RCN takes next step in naval training

Naval Personnel and Training Group Change of Command

Sailors march past the Reviewing Officer, Commander of Maritime Forces Pacific, Rear-Admiral Gilles Couturier, during the Naval Personnel and Training Group Change of Command parade at Work Point, Canadian Forces Base Esquimalt, on July 6. Photos by Cpl Stuart MacNeil, MARPAC Imaging Services

Sonya Chwyl, MARPAC Public Affairs ~

Last Wednesday, Maritime Forces Pacific’s finest was on full parade to mark the reconfiguration of the Naval Training Development Centre (Pacific) and Naval Fleet School (Pacific).

The large-scale parade was accompanied by the Naden Band, and followed by a formal renaming and change of command, during which Commander S.E. Hooper took command of the Naval Training Development Center (Pacific), while Commander Todd Bonnar took command of the Naval Fleet School (Pacific).

The ceremony signalled the next step in the RCN’s Future Naval Training System initiative, which will re-configure five training centres across Canada into three campuses in Halifax, Esquimalt and Quebec.

“This is the inception of a new organizational structure,” said Rear-Admiral Gilles Couturier in a speech following the parade. “Today, we’re celebrating the implementation of modern training aligned across three campuses.”

The new structure – a “system of systems,” according to RAdm Couturier – will leverage emerging technology to generate efficiency and support operational excellence.

In Esquimalt, the newly-named Naval Fleet School (Pacific) will deliver individual and career courses, while the Naval Training Development Center (Pacific) will be the RCN’s Center of Excellence for engineering, damage control, command, leadership and professional development curriculum and courseware development.

The schools will allow Regular and Reserve Force sailors to train at home or at their own units in a shorter time span by completing coursework through a blend of traditional classroom learning, distance education, virtual tools and hands-on experience.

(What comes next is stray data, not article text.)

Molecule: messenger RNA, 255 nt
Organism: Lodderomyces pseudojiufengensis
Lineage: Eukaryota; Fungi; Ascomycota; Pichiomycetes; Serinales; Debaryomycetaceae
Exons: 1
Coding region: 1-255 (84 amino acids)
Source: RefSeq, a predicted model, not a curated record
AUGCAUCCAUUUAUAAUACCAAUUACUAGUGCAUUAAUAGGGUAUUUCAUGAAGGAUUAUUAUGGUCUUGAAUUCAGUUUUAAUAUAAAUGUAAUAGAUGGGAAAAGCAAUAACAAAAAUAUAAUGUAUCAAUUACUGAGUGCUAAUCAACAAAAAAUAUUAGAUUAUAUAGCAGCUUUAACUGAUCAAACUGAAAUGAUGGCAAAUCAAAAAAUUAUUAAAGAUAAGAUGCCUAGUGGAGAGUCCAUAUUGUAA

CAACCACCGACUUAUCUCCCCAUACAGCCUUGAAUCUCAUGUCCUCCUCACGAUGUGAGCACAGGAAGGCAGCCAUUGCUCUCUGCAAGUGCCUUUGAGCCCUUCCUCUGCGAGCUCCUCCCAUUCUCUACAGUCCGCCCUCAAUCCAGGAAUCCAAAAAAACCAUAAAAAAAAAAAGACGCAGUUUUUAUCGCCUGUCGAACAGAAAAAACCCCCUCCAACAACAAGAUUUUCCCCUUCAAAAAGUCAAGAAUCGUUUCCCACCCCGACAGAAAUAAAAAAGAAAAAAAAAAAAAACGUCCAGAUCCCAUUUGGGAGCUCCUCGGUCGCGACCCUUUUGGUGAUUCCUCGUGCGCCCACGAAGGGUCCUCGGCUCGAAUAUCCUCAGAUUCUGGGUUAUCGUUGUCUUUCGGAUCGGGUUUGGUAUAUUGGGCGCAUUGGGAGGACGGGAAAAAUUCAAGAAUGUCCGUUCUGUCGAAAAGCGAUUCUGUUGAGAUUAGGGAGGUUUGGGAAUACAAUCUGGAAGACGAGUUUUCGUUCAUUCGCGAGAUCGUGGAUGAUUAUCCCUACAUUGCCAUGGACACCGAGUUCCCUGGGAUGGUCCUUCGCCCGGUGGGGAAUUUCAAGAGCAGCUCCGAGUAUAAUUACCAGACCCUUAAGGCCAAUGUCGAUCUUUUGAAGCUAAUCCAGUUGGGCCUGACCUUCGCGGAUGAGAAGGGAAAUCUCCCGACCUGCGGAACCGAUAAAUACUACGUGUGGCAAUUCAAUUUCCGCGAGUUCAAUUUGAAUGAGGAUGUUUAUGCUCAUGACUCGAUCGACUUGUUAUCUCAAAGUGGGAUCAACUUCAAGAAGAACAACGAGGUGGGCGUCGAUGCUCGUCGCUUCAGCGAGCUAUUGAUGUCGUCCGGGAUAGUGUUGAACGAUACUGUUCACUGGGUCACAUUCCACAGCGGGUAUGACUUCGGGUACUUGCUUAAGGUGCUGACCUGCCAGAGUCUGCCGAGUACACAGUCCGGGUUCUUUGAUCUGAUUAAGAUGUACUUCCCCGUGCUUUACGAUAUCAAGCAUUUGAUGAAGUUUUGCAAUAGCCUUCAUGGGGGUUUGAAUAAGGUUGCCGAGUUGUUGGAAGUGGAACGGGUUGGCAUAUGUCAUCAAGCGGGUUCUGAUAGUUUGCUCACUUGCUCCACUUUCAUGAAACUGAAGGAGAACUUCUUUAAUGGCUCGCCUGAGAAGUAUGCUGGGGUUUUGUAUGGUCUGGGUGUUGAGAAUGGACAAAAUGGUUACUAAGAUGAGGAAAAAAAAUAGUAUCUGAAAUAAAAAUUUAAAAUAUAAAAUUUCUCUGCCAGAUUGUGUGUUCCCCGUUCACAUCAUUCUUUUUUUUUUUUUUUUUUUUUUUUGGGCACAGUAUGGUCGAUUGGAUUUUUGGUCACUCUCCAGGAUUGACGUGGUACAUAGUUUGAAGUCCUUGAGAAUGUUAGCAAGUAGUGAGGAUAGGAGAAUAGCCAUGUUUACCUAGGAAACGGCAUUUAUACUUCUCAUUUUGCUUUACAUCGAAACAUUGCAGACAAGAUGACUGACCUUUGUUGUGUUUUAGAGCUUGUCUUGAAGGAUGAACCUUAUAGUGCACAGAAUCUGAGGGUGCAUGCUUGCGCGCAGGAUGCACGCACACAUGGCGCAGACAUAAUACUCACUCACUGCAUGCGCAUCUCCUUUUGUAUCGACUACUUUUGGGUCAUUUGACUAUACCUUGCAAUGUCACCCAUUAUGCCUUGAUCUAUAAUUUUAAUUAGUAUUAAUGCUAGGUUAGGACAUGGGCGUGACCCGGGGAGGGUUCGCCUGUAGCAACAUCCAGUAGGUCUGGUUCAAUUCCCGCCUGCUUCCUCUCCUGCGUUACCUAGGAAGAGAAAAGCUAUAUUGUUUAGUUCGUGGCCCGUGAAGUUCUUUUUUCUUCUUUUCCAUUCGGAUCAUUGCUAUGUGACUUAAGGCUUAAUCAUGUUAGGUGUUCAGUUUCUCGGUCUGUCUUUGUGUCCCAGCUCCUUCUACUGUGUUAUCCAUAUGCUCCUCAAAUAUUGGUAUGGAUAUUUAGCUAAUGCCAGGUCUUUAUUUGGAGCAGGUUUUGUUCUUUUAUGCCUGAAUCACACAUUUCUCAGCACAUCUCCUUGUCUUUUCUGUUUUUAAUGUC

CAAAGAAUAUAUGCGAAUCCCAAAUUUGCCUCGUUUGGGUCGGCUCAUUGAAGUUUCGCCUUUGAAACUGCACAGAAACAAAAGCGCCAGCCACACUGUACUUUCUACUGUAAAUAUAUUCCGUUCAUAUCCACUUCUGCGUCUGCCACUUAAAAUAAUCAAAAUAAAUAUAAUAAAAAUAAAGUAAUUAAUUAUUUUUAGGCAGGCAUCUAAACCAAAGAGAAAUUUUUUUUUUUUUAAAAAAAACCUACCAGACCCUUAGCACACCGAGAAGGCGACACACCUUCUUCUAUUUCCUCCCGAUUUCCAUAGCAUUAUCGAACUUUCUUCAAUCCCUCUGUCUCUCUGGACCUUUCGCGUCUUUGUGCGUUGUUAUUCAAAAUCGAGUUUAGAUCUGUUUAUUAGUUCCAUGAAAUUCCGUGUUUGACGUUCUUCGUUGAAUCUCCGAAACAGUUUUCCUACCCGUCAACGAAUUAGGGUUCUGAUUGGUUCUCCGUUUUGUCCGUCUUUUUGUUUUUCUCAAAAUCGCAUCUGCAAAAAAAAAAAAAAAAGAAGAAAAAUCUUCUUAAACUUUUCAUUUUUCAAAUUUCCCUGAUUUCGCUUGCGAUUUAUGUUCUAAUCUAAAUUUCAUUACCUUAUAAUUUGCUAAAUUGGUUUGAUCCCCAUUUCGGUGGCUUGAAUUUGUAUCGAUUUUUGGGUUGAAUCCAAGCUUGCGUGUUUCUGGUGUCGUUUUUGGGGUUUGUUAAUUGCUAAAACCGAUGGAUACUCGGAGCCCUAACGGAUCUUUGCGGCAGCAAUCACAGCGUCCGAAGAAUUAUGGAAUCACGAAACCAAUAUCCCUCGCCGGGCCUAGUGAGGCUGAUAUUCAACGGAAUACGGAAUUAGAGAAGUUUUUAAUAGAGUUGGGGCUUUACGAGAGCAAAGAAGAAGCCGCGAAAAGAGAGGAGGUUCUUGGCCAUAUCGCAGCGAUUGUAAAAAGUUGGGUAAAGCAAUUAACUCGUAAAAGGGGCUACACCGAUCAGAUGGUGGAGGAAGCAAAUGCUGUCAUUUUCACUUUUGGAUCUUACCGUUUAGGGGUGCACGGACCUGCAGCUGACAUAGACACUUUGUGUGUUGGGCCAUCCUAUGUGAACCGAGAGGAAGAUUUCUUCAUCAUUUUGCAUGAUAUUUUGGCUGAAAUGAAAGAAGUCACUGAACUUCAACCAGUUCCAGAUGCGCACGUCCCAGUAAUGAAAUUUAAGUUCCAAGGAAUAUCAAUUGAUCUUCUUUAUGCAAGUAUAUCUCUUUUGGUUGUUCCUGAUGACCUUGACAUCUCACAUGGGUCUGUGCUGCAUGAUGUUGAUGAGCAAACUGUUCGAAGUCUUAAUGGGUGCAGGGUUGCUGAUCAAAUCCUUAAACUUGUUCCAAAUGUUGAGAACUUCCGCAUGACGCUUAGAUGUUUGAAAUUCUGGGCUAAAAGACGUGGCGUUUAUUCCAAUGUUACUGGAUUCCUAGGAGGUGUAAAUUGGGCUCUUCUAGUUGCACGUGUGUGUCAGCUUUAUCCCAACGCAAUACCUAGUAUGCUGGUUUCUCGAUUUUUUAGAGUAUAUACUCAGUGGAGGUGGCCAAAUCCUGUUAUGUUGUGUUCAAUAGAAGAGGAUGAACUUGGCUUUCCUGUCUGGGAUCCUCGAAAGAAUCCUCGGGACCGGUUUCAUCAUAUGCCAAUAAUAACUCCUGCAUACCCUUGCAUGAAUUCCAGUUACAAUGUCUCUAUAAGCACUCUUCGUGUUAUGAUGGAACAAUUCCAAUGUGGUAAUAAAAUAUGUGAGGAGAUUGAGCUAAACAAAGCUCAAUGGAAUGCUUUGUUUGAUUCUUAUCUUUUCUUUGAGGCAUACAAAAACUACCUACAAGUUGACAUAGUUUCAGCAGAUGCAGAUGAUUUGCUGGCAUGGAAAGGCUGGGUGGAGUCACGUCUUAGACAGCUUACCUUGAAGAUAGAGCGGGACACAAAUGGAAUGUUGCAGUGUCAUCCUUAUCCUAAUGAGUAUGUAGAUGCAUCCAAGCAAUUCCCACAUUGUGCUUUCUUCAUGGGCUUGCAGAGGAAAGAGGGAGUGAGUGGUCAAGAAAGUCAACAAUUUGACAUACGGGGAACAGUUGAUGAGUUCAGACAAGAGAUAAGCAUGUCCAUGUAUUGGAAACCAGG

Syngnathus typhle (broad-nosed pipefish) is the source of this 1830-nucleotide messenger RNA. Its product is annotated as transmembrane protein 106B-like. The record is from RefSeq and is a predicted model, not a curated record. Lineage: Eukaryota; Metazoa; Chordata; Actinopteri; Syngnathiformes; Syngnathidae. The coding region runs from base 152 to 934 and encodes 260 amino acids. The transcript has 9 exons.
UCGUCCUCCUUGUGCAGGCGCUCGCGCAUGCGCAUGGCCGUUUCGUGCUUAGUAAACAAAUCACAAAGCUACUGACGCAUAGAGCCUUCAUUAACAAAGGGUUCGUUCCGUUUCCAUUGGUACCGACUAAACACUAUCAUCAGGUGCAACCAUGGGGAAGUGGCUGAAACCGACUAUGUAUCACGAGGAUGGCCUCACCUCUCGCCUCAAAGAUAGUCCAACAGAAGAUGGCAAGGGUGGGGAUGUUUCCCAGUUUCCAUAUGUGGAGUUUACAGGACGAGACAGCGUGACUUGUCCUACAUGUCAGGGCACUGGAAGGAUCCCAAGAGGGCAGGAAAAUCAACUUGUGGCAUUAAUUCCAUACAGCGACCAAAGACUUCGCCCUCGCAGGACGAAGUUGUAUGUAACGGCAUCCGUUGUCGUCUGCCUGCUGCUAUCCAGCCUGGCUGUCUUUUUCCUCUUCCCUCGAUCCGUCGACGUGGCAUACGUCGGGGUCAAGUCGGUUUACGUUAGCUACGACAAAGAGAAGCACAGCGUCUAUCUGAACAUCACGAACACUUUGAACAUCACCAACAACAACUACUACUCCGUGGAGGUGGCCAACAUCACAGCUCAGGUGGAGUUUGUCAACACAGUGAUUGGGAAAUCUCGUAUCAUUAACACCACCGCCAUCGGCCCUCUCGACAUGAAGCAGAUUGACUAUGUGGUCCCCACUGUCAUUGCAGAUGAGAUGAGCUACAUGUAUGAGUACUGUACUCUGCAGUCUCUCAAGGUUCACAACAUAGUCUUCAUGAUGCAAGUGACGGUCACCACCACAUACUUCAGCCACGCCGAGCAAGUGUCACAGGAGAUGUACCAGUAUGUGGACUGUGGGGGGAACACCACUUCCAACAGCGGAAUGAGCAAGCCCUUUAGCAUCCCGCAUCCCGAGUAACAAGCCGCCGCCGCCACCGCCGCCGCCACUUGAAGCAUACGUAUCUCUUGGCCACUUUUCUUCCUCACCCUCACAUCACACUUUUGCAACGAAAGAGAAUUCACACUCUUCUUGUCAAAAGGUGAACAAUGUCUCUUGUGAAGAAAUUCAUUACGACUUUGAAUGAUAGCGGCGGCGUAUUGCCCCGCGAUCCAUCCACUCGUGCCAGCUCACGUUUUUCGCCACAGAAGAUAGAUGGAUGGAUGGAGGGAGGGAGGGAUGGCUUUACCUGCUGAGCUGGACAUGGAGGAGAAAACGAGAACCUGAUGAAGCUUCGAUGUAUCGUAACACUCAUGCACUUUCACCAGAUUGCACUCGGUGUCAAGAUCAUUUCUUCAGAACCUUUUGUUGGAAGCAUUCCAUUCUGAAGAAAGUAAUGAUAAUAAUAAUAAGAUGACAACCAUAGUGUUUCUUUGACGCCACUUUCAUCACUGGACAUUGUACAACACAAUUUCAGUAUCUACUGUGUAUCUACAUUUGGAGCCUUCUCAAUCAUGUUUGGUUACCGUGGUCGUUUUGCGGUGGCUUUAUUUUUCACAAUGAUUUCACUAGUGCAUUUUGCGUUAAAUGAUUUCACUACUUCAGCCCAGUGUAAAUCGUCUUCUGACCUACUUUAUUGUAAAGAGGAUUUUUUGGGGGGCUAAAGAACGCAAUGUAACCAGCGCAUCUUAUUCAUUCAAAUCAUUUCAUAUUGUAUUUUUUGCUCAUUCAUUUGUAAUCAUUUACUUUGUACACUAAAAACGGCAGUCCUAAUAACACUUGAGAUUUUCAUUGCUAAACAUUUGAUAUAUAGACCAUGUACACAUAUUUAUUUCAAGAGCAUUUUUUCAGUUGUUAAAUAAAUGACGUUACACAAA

“We’re seeking to train officers where they live,” said RAdm Couturier. “Through modernization, we believe we can reduce course length by thirty percent.”

Innovative training methods, such as virtual ship models and bridge simulators, will help prepare sailors for work on board the RCN’s forthcoming Arctic Offshore Patrol Ships, Joint Support Ships and Canadian Surface Combatants. In addition, upgraded Damage Control trainers in Esquimalt will give sailors the chance to feel the heat of fighting a fire up close, while universal classrooms will allow synchronous instruction for students on both coasts.

“Although these changes appear large, they are consistent with what other navies are doing, and where the RCN is headed,” said RAdm Couturier. “We’ve done it before, and we know what we’re doing.”

In 2012, the Naval Personnel and Group (NPTG) was created to oversee, coordinate and command naval training. After extensive research, the NPTG developed a Future Naval Training System Strategy.

A similar renaming ceremony was held on June 29 at Naval Fleet School (Quebec), and another will be held on July 15 at the new Atlantic Campus in Halifax.

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